Jinny and I were out in B.C. this weekend visiting her family. It was her grandparents’ 60th anniversary, very cool. While I was there I saw the cover of a recent Maclean’s magazine with the title “What Are We Dying For?” I didn’t get a chance to read the article (busy weekend) and I don’t have a subscription (thus no link to the article either), but I’m pretty sure that I know the general tenor of the question. The picture over which the title was laid was of a coffin being carried out of a military transport with a Canadian flag draped over it. My guess is that this article was asking the same questions that I hear friends and family and people in supermarkets asking…why are we involved in a shooting war on the other side of the world and is our presence there accomplishing anything positive at all? Before I go any farther let me just say that I have absolutely no answers to these questions, or to any questions that have to do with these questions.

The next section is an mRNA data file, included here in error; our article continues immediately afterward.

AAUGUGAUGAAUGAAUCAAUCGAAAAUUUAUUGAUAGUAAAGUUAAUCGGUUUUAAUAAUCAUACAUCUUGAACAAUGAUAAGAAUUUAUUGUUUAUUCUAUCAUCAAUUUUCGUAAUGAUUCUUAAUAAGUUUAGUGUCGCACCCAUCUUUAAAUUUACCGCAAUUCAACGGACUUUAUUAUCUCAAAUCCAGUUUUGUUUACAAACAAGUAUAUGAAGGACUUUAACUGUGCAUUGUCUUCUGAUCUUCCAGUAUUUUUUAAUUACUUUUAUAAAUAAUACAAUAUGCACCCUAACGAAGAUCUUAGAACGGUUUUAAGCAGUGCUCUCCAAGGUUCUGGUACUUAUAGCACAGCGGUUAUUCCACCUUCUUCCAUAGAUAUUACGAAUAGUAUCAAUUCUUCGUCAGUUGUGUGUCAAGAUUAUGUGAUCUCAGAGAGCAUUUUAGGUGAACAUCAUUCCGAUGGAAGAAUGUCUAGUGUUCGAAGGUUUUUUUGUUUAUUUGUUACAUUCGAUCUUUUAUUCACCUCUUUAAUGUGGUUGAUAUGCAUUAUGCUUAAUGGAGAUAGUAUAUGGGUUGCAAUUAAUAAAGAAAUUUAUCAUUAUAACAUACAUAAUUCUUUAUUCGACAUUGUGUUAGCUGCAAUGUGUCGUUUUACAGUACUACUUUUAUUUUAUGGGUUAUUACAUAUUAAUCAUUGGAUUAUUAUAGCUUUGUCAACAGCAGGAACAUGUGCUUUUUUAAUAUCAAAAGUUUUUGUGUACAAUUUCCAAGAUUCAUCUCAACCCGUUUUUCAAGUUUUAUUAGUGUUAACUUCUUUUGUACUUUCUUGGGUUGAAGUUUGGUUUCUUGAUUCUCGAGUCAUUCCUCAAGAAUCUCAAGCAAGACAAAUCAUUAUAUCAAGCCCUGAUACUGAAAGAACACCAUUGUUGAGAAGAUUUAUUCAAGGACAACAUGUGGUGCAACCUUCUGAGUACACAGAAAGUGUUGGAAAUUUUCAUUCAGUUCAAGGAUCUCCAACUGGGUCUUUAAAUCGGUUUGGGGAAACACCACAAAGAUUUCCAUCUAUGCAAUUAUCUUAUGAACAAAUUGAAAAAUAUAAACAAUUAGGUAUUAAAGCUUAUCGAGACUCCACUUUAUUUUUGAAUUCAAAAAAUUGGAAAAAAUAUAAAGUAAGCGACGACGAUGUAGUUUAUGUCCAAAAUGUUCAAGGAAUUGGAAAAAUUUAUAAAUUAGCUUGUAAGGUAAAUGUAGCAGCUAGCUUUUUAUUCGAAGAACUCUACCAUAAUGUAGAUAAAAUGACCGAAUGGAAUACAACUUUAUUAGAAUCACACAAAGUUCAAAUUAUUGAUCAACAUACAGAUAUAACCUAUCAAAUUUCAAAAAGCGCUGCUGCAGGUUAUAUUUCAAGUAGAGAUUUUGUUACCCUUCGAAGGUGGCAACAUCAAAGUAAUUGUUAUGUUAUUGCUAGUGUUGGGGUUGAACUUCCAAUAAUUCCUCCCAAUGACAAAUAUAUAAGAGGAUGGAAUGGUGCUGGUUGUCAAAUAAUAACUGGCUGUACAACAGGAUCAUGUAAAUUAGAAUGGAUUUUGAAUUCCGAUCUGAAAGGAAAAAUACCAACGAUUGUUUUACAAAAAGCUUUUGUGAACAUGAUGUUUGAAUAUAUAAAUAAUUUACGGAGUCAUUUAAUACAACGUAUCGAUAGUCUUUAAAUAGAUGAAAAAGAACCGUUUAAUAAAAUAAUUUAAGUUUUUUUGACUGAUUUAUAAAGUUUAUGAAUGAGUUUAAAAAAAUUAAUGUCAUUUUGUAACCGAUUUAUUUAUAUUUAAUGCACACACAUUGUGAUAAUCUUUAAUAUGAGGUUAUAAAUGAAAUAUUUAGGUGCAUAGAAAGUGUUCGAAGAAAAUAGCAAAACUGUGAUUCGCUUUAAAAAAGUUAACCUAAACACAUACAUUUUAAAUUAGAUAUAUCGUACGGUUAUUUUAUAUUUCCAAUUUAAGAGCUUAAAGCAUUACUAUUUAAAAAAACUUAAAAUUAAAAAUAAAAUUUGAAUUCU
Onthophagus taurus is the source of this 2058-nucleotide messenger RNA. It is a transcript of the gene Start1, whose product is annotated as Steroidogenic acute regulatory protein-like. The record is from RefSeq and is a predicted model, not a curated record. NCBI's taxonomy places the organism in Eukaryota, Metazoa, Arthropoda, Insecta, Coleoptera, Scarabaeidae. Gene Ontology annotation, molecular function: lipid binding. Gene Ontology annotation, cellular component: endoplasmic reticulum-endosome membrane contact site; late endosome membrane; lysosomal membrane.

Winding down this evening I was watching TBTVSAT and came across a short exchange with some powerful words. The character Leo McGarry (played by the late John Spencer), the Chief of Staff in President Bartlett’s White House, was discussing the problem of western involvement in the Middle East. Though the immediate context of the conversation had to do with events surrounding Sorkin’s fictional country of Qumar, the basic principles certainly apply to the real world. McGarry asks whether the only way that the conflict between the West and the Middle East will end is with “the American flag flying over Mecca?” In the same conversation he says that he “doesn’t know what winning looks like anymore.”